Thus, rather than depending on provinces to institute devolution, Malik’s solution is to institute a system of “village governments.” The author calls this lowest tier the “Village Social” and thinks of it as a self-governing entity that is responsible for basic social services — particularly water and sanitation and village infrastructure — and resolution of civil conflict. This approach has been used by non-governmental organisations, particularly the RSPN network which is based on the grassroots development philosophy of Akhtar Hameed Khan. But Malik espouses that this function should not be based on small project implementation, as it is in the case of NGOs, but essentially function as the lowest tier of the state apparatus — a formal service delivery structure. To this extent, Malik’s recommendation goes beyond the implementation of citizen community boards (CCBs). Introduced under the local government legislation of 2001, CCBs were essentially institutions registered by groups of private citizens to carry out development works under the aegis of the local governments. The Village Social suggested by Malik, on the other hand, is a permanent state institution which will be registered as such and have fiduciary responsibility.

The first question most readers would ask is why is such a parallel system being proposed when local governments are functioning in the country and, in KP, have even been constituted at the village level (with similar legislation now likely to be introduced in Punjab)? Malik answers this concern in the last chapter where he contends that political structures in Pakistan are inimical to the empowerment of local governments — neither the elected officials nor the bureaucracy at the provincial level are happy to concede power to local governments for fear of being displaced and, in the case of elected officials, being rendered irrelevant. He further contends that local organisations set up only to manage development are bound to fail (the CCBs being the obvious example) not least because of capacity issues and power struggles. According to Malik, it is the state that has to be active at the lowest tier of society in order to mobilise citizens who have historically been sidelined.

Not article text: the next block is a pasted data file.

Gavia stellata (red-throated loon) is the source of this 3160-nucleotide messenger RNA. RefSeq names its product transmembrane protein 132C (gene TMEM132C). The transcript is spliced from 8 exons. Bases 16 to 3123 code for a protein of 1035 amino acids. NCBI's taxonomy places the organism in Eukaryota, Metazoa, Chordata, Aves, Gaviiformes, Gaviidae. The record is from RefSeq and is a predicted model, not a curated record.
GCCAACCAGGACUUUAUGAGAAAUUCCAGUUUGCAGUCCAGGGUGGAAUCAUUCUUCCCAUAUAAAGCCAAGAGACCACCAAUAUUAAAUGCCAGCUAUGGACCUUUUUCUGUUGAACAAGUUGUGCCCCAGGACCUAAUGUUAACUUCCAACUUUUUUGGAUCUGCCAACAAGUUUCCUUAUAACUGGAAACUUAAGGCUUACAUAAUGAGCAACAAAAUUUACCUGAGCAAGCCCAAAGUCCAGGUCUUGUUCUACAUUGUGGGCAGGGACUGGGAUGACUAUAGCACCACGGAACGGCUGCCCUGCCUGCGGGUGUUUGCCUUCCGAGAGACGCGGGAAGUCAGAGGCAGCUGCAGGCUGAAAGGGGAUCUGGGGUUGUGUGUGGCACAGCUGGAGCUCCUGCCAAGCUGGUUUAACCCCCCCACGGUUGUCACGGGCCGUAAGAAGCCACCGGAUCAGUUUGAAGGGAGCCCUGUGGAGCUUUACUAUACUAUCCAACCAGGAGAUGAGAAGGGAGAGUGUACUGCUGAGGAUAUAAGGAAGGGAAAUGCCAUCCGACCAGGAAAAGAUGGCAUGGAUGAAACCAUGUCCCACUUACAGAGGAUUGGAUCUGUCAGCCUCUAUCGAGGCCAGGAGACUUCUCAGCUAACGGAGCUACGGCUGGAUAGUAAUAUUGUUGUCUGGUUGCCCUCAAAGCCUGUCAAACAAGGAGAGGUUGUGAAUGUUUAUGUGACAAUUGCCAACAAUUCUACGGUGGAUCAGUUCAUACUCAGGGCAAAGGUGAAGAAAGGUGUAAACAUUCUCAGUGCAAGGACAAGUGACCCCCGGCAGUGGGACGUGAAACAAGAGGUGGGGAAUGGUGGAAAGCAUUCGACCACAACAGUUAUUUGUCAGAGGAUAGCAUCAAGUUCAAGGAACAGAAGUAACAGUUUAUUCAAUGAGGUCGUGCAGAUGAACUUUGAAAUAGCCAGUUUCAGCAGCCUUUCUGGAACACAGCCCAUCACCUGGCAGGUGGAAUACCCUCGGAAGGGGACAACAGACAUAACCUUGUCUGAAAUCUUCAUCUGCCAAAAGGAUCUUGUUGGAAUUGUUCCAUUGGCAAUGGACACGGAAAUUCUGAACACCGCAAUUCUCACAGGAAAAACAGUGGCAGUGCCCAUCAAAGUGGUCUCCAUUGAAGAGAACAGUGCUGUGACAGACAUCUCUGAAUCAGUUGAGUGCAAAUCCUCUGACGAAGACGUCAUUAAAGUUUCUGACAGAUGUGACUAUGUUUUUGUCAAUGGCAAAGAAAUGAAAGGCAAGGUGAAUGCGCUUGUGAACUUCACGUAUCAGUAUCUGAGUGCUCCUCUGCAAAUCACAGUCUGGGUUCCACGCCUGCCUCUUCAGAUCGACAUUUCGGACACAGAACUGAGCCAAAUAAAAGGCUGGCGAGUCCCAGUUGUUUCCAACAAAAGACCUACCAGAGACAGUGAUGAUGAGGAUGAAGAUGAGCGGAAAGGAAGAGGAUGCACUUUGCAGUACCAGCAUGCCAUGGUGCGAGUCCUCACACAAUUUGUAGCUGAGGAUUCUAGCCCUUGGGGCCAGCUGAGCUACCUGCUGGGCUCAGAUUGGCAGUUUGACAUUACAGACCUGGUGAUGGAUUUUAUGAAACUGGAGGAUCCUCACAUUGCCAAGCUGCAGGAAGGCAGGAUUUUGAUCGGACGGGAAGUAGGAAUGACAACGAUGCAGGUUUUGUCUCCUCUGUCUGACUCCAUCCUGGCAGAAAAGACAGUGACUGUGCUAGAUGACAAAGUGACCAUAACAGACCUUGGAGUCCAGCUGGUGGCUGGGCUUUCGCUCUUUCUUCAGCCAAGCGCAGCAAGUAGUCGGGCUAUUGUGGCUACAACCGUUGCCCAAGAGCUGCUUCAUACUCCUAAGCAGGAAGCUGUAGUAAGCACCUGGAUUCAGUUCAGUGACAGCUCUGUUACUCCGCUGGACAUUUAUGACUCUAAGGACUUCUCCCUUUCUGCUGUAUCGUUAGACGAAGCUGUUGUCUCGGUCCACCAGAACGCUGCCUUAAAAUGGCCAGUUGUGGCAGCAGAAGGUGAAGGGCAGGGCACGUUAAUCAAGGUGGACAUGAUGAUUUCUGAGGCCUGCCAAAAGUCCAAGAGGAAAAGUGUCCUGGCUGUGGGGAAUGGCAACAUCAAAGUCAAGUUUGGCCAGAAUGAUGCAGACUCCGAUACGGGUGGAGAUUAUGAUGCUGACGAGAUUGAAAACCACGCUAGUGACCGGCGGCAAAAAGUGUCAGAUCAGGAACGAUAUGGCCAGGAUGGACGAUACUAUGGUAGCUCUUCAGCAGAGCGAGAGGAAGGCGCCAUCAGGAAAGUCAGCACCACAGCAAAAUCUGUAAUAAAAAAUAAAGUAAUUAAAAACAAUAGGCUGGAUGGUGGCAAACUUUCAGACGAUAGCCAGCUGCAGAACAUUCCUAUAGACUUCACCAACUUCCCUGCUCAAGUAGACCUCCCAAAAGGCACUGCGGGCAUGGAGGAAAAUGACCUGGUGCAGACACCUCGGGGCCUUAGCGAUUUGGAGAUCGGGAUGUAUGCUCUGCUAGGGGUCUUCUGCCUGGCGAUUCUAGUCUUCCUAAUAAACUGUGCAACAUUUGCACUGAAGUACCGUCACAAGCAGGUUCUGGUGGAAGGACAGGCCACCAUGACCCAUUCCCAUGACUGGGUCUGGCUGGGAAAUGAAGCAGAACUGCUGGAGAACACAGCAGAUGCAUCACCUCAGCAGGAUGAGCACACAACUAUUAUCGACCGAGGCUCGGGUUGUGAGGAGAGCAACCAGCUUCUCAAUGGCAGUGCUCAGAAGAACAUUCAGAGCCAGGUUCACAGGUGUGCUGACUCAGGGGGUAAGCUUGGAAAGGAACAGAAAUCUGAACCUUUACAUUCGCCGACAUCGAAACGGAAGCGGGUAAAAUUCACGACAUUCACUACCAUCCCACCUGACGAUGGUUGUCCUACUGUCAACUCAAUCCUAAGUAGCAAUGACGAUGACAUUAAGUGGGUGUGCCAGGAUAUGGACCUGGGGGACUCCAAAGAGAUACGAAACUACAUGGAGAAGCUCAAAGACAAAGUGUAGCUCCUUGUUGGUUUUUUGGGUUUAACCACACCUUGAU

Malik goes into considerable detail in his last chapter to describe how the proposed Village Social will be constituted, legally and in terms of membership (with 15 households having one representative and 300 households forming a tanzeem [organisation]). He acknowledges that institutions at this level may not be able to do much in terms of ensuring quality of health and education services, but he does see a role for them in sanitation, dispute resolution and disaster relief, particularly when they are linked up with other local government and provincial structures.

One can agree or disagree with Malik’s solution and question the basis for forming new institutions when elected local governments do exist, in whatever form. But it is difficult to contest the essential premise of the book, which is that the state must do its bit to empower grassroots communities and create conditions for people to play a more active role in managing their communities, not through informal structures, but through formal institutions that function within the framework of the law. In the absence of such a state-sponsored initiative, informal institutions will continue to hold sway with their attendant patriarchal and largely non-inclusive predispositions — something that Malik talks about in a separate chapter titled ‘The Consequence (of Neglect)’.

Altogether, this book is a brave attempt to introduce a new idea on political organisation and to identify an innovative approach to tackle rural Pakistan’s multiple problems. With a new government in place that espouses devolution of power, this may just be a good time to start a debate. One hopes that Transforming Villages is one of the first steps in this direction.

The reviewer is a research and policy analyst

Transforming Villages
By Javed Ahmed Malik
Iqbal International Institute for Research and
Dialogue, International Islamic University,
ISBN: 978-9697576296

Published in Dawn, Books & Authors, September 9th, 2018